Berita Harian Jan, 16, 2011 reported on the visit of Prime Minister to Sungai Asap, Bakun and Belaga. During the visit to the Sungai Asap resettlement scheme Najib heard the plight of the people in the settlement with regard to their socio-economic condition. PM mentioned that Federal Government will write off the remaining housing loans of about RM41 million owed by some 1500 families who were relocated following the construction of the Bakun hydroelectric dam. The government will also look into providing additional land for farming to the settlers, which the current 1.2 hectares is too small to generate enough income to support the cost of living. Announcement was also made on the upgrading and building of  37km stretch of road linking Belaga, Bintulu and Bakun costing about RM62mil to benefit about 15000 people. During my visit to Belaga in 2003 I did experience traveling through the road used by people to Bintulu and also linking to Bakun and Sungai Asap. The road was very rough constructed by logging company for transporting logs. Apart very undulating, it was muddy and only 4WD vehicles fit to travel through. The one way trip cost RM50 per person.

Chronology   of the Bakun  dam development

1960s- Snowy Mountain Hydroelectric Authority of Australia, under the Colombo Plan, identified   Bakun, through which Balui flows had potential of  hydroelectricity.
1977- detailed study  conducted by Sarawak Electricity Supply Co  reconfirmed the potential of  Bakun hydroelectricity.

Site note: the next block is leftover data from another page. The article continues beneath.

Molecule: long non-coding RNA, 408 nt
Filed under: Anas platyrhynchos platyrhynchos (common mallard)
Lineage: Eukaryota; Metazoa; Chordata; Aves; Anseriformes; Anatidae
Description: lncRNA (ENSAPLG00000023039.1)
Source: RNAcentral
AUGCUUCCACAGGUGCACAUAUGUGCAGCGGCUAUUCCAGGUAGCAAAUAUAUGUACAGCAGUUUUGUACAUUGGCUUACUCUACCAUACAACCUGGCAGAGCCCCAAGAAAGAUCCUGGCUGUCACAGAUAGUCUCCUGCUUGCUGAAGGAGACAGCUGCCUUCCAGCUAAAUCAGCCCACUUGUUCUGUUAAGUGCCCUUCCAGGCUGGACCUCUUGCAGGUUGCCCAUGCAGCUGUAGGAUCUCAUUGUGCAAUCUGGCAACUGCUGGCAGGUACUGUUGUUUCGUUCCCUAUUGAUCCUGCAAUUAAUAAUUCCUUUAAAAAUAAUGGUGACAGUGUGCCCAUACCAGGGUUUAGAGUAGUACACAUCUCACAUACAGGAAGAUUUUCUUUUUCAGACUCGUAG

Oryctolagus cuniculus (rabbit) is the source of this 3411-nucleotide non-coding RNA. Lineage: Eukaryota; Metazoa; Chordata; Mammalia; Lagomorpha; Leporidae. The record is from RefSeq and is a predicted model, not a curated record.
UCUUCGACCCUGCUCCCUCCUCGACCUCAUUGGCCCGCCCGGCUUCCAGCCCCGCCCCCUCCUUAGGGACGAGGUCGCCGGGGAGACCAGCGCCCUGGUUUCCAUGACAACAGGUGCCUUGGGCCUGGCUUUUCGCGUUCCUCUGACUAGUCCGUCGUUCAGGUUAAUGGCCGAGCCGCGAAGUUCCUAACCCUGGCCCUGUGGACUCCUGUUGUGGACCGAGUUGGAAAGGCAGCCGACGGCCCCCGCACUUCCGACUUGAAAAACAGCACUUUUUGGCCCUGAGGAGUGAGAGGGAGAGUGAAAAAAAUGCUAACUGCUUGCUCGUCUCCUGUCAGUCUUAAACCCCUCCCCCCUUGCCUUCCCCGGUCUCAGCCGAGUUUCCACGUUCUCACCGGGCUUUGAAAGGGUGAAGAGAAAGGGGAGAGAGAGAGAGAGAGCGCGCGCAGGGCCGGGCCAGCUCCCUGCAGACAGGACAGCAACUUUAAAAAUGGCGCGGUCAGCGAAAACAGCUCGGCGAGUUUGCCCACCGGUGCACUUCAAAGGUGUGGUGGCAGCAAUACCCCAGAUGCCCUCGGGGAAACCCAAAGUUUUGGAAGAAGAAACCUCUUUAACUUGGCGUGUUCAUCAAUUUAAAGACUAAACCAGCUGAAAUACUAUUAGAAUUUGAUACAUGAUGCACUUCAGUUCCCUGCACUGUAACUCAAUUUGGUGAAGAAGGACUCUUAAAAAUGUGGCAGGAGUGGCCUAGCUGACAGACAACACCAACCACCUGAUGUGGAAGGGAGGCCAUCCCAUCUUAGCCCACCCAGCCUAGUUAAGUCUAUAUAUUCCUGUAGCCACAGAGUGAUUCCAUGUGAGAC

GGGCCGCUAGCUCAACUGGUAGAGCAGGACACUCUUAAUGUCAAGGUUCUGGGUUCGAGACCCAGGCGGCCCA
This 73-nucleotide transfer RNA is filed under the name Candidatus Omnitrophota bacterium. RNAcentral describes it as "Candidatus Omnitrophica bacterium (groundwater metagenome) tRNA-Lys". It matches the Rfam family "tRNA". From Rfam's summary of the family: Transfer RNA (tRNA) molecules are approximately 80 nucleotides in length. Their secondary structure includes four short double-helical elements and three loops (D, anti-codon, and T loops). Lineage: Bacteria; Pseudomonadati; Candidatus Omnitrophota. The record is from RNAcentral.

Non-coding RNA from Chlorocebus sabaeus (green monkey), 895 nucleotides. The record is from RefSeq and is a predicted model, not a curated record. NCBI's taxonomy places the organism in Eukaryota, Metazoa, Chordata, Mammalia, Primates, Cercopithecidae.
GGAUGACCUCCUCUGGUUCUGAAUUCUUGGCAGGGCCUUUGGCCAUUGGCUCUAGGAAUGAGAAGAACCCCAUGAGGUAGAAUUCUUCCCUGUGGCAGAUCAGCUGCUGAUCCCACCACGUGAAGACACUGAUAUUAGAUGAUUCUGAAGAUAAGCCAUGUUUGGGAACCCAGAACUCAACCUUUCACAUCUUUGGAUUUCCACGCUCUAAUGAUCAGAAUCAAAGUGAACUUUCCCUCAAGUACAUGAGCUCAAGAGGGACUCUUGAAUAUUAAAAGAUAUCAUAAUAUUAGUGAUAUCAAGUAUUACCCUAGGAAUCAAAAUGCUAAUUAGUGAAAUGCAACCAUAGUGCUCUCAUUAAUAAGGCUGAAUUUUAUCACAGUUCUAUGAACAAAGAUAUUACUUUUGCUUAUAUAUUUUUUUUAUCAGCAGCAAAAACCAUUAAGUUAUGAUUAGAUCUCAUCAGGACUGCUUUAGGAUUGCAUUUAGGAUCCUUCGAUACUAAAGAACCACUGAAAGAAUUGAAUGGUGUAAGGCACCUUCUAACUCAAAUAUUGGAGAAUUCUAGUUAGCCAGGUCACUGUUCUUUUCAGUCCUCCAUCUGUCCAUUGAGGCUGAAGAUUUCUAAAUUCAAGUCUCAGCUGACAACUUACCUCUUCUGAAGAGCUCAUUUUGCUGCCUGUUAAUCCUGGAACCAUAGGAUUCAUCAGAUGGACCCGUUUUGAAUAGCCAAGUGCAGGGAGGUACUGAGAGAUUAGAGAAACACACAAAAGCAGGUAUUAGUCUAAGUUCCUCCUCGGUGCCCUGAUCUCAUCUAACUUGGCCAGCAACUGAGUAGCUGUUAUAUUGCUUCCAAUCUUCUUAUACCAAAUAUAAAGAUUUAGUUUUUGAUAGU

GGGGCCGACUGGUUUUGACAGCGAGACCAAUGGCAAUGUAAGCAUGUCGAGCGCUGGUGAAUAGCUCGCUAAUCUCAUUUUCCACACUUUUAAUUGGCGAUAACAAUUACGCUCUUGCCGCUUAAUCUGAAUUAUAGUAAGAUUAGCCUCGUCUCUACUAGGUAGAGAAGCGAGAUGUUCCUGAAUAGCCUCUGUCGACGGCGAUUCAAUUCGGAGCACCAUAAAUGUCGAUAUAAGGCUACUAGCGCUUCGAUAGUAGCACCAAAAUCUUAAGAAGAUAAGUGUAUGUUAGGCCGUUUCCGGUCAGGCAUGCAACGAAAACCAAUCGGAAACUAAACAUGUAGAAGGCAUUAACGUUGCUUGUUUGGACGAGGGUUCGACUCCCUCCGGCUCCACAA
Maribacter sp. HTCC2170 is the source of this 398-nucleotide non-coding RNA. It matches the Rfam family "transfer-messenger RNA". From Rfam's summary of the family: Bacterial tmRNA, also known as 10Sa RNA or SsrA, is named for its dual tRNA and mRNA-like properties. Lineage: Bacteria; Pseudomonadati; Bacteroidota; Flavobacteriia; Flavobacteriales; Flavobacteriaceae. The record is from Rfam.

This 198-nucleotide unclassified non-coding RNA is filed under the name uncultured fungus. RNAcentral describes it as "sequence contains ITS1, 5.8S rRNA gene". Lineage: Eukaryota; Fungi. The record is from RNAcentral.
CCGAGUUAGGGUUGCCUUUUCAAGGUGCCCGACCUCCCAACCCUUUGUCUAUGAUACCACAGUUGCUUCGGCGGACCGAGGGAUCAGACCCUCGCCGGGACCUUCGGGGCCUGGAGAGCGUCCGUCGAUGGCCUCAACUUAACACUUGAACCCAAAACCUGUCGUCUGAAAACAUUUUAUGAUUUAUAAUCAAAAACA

1980s- The Sarawak Master Plan Study for Power Development  and a corresponding feasibility study completed in  1983 indicated that  hydropower project at Bakun was both technically feasible and financially viable but the supply has to be transmitted to Sabah and Peninsular Malaysia as well.
National Energy Planning study was undertaken and looking into Bakun in the context of overall energy policy. The study estimated that the dam would cost about RM 8 billion.
1985- economic recession resulted in Bakun Dam being relegated aside.
1986- the government announced that it intended to proceed with Bakun despite recession,
1986-1993- the period of silence, but  protest from indigenous people from the Bakun area and other concerned Malaysian and environmentalist groups.
1993- The Economic Planning Unit in the Prime Minister’s Department approved the project (July) and subsequently  the cabinet (September).
1993- Oct 1, it was revealed that  Bakun would be a 2,400MW dam costing about RM12 billion and would flood an area the size of Singapore.
1994-  Sarawak-based Ekran Bhd had won the contract to construct and operate the dam.
Ekran Assigned the preparation of an EIA to Unimas.
1995- EIA was approved in March 1995. Forest were cleared and the process of resettling  people from the area affected by the dam began. Natives of the bakun area seeks a High Court ruling that the jurisdiction of EIA being under the auspices of the state government was unlawful. But a Court of Appeal decision overruled a stop-work order from the High Court. 
1997- Bakun was shelved due to Asian financial crisis.
1998- The bakun project was returned to the Minister of Finance Inc. (MoF)
1999- the government compensated Ekran  RM900 million.
2000- the project was revived on a smaller scale, without the undersea cables.
2003- the Edge reported that Sarawak Hidro was still a wholly owned subsidiary of MoF and going to be 60 per cent owned by GIIG Capital Sdn Bhd, a company linked to tycoon Tan Sri Syed Mokhtar Al Bukhari. Negotiation was on the way t how much the power generation should be distributer among the main users and the tariff charge.  Sarawak Hidro is approaching EPF, Affin bank, Bank Islam to help with  loans for financing the project.
2010-  dam  reservoir  ready to keep water and production of electricity within 6 months.

Source: The Edge Malaysia, 0ctober 13, 2003